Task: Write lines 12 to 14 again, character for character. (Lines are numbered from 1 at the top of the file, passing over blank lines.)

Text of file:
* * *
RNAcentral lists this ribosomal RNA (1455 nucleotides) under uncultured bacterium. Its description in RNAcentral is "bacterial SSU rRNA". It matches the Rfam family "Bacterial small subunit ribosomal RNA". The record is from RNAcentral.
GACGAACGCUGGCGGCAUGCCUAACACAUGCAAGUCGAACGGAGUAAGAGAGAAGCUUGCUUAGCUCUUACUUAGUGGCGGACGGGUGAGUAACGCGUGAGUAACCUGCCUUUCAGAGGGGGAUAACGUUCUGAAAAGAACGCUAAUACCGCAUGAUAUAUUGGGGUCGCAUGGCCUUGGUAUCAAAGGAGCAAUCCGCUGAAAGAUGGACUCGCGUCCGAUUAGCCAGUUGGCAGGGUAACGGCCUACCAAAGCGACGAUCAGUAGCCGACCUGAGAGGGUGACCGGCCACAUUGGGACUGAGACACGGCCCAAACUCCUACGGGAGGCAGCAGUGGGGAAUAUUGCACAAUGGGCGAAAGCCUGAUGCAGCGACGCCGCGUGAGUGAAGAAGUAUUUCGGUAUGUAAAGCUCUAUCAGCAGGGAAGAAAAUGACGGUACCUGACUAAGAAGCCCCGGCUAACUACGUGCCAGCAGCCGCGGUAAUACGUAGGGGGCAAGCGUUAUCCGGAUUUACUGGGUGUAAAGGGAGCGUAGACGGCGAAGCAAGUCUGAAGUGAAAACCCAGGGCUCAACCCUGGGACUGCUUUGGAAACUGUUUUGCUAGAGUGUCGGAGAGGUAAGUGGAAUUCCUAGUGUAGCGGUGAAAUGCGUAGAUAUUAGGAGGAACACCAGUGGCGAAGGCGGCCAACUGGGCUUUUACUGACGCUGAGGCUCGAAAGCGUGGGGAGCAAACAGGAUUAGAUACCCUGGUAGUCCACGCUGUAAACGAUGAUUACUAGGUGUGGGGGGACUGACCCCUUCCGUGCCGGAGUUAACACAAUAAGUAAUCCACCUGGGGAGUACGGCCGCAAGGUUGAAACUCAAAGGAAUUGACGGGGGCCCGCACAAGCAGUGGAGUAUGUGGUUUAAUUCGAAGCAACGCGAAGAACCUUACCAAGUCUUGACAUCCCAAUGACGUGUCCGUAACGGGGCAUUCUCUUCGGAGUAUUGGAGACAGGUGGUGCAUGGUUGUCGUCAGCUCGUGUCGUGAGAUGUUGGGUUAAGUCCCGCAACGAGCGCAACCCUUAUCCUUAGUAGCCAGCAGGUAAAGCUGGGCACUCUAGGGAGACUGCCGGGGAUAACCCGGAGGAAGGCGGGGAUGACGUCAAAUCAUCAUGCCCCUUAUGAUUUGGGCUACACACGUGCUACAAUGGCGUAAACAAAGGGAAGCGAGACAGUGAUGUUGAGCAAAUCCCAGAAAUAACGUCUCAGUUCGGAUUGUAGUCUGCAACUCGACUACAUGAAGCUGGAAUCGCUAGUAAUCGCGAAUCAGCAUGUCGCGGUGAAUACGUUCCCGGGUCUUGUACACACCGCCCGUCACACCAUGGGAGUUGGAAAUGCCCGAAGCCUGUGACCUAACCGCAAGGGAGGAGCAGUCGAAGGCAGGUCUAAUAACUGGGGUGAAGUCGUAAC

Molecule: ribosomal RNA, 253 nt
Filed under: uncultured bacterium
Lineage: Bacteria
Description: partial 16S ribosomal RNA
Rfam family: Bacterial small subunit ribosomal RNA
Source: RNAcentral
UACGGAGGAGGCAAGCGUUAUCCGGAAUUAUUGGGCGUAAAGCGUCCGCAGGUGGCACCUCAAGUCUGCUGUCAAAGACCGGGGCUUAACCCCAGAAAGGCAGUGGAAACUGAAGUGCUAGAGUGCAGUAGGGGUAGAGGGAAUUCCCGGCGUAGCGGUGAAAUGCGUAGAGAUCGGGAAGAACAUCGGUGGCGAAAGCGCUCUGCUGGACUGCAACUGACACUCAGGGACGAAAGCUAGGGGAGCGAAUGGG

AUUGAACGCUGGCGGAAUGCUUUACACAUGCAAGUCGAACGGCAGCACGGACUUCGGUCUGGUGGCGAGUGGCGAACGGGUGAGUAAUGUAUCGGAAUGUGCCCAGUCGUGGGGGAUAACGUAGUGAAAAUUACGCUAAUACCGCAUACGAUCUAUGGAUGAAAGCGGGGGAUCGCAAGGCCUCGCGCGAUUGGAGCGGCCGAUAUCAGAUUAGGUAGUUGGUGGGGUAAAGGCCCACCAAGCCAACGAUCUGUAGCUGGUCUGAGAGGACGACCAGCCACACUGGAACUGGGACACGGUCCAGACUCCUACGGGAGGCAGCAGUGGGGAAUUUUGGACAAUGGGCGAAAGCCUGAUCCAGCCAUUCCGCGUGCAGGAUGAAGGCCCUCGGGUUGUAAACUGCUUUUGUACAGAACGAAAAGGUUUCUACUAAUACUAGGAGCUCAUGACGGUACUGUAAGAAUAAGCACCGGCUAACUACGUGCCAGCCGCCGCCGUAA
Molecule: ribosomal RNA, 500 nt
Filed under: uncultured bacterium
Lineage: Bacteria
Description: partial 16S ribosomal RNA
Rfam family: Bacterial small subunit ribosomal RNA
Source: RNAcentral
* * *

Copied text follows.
Filed under: uncultured bacterium
Lineage: Bacteria
Description: partial 16S ribosomal RNA